Mentorship Program

The NCS Trustees warmly invite all members of the Society to participate, if they wish, in the second iteration of a mentoring program (begun at the London Congress in 2016) at the upcoming Toronto Congress in July 2018, either as a mentor or as a mentee. The scheme is designed to help graduate students and anyone new to the Society to meet more established scholars in order to feel welcomed and supported during the congress, and also to make or develop professional contacts. We especially welcome participation by students and scholars of historically underrepresented groups. Those who would like to receive mentoring or serve as a mentor should register online using the form below. Shazia Jagot ( Sierra Lomuto (, and Tom Hahn ( will coordinate the exchanges for 2018.

The intent of the mentorship exchanges is for experienced scholars (at any stage of their career, including senior graduate students) to welcome and connect with newer members of the Society and to help facilitate social and professional interaction. In particular, NCS recognizes documented gaps in the graduate recruiting, tenure-track hiring, and promotion and tenure reception of underrepresented groups within academia; the Society is therefore especially eager to encourage first-generation students, medievalists of color, trans and Gender Non-conforming students and scholars, and other members historically underrepresented in higher education to participate in the mentorship program. 

Like many NCS members, we are aware of and troubled by the ways in which the medieval period is currently being used for racist ends, for example by the alt-right and associated groups. It is important for all of us in medieval studies to take active stock of this and to ponder effective and lasting responses to these issues. Mentors and mentees might wish to raise the topic in the course of their exchanges at the Congress:  here are some resources to help inform that conversation:

Medievalists of Color -
Race and Medieval Studies: A Partial Bibliography -
TEAMS Featured Lesson Resource Page on Race, Racism and the Middle Ages (compiled by Carol L. Robinson) -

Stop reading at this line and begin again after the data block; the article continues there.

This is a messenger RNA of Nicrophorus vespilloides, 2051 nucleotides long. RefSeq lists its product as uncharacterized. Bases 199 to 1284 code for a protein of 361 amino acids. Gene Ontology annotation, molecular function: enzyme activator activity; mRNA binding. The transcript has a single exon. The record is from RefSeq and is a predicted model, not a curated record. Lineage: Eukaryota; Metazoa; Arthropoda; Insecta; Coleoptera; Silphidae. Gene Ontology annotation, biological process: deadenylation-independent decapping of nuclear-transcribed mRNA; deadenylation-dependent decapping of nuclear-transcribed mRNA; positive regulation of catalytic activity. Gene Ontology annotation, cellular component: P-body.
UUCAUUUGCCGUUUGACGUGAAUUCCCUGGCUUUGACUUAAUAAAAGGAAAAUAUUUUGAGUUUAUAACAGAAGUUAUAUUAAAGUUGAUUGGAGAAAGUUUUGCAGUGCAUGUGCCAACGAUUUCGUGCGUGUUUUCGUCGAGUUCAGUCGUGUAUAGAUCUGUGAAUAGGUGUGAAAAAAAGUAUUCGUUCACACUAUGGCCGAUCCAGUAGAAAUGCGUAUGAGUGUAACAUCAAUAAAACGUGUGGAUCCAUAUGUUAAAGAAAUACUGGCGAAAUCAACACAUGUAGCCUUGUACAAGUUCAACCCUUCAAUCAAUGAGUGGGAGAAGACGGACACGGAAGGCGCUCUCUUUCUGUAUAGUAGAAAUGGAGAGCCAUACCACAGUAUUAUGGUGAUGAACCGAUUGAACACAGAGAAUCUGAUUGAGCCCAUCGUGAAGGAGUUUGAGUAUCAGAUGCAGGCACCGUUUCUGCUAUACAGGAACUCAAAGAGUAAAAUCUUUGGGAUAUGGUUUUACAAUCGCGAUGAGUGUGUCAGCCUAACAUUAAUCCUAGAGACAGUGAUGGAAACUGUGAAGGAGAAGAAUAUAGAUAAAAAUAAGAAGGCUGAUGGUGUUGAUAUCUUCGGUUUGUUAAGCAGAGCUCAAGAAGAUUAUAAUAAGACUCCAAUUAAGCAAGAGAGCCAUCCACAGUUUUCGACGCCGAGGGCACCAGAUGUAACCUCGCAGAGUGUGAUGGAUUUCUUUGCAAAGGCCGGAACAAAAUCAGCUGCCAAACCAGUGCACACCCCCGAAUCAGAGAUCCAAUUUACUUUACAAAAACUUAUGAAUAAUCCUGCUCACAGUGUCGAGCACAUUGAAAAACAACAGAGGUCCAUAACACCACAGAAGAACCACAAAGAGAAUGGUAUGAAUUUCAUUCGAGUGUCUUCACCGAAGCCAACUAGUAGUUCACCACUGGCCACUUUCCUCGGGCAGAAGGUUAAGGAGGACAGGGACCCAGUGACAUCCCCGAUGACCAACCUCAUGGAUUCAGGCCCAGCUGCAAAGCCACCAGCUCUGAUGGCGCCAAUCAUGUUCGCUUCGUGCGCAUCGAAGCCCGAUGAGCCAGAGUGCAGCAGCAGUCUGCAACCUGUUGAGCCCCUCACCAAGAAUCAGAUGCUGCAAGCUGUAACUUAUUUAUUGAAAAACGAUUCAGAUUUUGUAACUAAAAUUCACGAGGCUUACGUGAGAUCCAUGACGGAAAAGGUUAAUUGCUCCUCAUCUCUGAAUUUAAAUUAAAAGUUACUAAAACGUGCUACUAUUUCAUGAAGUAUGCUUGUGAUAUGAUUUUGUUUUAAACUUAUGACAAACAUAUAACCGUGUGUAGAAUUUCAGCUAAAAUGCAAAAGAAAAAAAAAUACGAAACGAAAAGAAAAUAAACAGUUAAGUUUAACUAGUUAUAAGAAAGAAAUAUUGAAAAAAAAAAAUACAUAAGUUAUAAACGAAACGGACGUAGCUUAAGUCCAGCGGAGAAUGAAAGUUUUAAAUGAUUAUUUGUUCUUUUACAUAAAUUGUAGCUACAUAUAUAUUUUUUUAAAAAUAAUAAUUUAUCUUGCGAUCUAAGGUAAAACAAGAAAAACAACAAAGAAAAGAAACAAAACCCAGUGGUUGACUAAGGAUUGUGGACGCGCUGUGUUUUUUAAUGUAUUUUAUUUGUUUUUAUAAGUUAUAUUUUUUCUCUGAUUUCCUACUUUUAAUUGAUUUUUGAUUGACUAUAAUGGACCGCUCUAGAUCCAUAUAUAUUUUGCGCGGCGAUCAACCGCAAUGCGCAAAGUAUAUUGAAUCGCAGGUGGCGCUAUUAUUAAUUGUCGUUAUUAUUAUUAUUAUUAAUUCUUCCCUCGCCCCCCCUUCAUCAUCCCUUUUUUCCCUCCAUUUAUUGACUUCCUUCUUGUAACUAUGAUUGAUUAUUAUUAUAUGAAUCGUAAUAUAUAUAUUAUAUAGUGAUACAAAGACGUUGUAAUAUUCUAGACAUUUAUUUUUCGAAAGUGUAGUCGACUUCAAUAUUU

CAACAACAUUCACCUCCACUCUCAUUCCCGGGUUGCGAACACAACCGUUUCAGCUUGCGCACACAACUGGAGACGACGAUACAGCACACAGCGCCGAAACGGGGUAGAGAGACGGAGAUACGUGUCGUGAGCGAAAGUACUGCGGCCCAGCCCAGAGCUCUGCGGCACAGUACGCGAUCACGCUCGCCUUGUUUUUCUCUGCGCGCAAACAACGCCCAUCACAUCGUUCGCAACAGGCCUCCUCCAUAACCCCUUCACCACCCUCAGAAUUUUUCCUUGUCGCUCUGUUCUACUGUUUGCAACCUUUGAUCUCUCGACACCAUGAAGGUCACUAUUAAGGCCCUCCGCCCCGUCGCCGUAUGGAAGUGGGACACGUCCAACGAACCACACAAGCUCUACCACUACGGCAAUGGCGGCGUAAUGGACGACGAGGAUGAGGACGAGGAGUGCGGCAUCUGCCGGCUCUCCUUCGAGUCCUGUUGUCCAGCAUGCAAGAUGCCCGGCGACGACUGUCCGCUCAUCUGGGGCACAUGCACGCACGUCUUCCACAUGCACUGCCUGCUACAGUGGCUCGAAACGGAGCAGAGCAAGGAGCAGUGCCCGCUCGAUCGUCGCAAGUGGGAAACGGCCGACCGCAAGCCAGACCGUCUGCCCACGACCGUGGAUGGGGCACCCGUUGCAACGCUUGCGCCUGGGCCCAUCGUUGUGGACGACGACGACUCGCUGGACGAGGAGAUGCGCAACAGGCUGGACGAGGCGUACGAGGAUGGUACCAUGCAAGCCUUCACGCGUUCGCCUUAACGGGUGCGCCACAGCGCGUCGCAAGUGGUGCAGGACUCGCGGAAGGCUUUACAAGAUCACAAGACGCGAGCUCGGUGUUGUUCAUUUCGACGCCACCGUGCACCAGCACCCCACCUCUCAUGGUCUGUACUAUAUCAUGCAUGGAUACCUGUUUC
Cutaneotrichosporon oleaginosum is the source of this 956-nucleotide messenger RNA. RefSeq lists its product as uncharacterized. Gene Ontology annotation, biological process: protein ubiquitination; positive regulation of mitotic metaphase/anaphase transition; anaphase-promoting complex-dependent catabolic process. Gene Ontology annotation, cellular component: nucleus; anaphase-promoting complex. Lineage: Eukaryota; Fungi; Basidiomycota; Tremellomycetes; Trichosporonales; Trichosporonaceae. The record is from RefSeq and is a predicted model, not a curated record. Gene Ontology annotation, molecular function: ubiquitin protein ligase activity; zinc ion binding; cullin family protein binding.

The initial extent of the commitment would be for mentees and mentors to meet for a conversation at an agreed-upon time during the conference in question. The continuation of the mentor relationship after the conference is at the discretion of the parties involved.

We will try to make the best match based upon the information provided below. Please do mention specific requests that are not covered: we are unlikely to have thought of everything! If any mentor would be willing to lead a group for dinner one evening at the congress, please could you let us know under ‘Other’?




Wondering where to meet? Here are some suggestions:


Establishments marked with an asterisk (*) are wheelchair accessible. Those marked with two asterisks (**) are partially accessible and details are provided.

Bar Mercurio, 270 Bloor Street West (Italian)

(The) Bedford Academy*, 36 Prince Arthur Avenue (pub fare)

Dynasty Chinese Cuisine, 69 Yorkville Avenue  (Dim Sum Daily)

Harbord House, 150 Harbord Street (pub fare)

Her Father’s Cider, 119 Harbord Street (locally sourced cider and food)

Harvest Kitchen, 124 Harbord Street, (locally sourced, good for vegetarians)

Host Fine Indian Cuisine, 14 Prince Arthur Avenue (Indian)

Il Posto, 148 Yorkville Avenue (Italian)

La Societe, 131 Bloor Street West (French Bistro)

Morton’s of Chicago Steakhouse*, Park Hyatt Hotel, 4 Avenue Road (American)

Museum Tavern,  208 Bloor Street West (pub fare)

Opus Restaurant, 37 Prince Andrew Avenue (fine dining)

Oxley Public House** (accessible patio, inaccessible inside), 121 Yorkville Avenue (upscale pub fare)

Sassafraz Restaurant*, 100 Cumberland Street (French-inspired Canadian cuisine)

Trattoria Nervosa*, 75 Yorkville Avenue (Italian)

Utsav, 69 Yorkville Avenue (Indian)

Sotto, Sotto, 120 Avenue Rd, Toronto, ON (Upscale trattoria)

Big Sushi, 388 Bloor Street W (Modest space for rolls, nigiri, sashimi, tempura & teriyaki, with fixed-price lunch specials.)



b Espresso Bar*, in The Royal Conservatory of Music building, 273 Bloor Street West

L’ Espresso Bar Mercurio*, 321 Bloor Street West

The Coffee Lab, 333 Bloor Street W (excellent coffee bean selection)

Almond Butterfly, 100 Harbord St. (coffee & gluten free)



Fresh** (wheelchair accessible, but cramped space), 326 Bloor Street West at Spadina (vegetarian)

Innis College Cafe, (just across the street from Robarts) 2 Sussex Ave at St. George (sandwiches, salads, sometimes really good kebabs)

Almond Butterfly, 100 Harbord St. (coffee & gluten free)

Gardiner Museum Bistro*(just South of the CMS Building), 111 Queens Park

Gallery Grill*at Hart House, 7 Hart House Circle (U of T Campus)

Sammy’s Student Exchange* at Hart House,  7 Hart House Circle (U of T Campus)

Whole Foods Market*, 87 Avenue Road (cafe & supermarket)

The Tiffin Box, 938 Bathurst St (Indian take-away; has a small seating area)

Fennel Organic Eatery, 322 Bloor Street West inside Noah’s Organic Foods (vegan)

Potbelly Sandwich Works, 180 Bloor Street West (made-to-order toasted sandwiches, salads & baked goods.)

Flock, 97 Harbord St, Toronto, (chicken specialist serving rotisserie birds)

Harbord House, 150 harbord Street, (housemade comfort food & local draft beer.)

Magic Noodle, 93 Harbord Street (Chinese hand-made noodles)

Gabby’s, 192 Bloor Street West, (pub fare)


Not near UofT but highly recommended

Estiatorio Volos, 133 Richmond St W, Toronto, ON M5H 2L3 (Greek)

Buk Chang Dong Soon Tofu, 691 Bloor St W, Toronto, ON M6G (spicy tofu hot pots & other Korean fare, including kimchi.)

Jules Bistro, 924 Queen Street W (Simple Southern French cuisine in an unassuming setting, with a three-course prix fixe menu. Great steak frites!)

La Carnita, 106 John Street, (tacos and craft beer)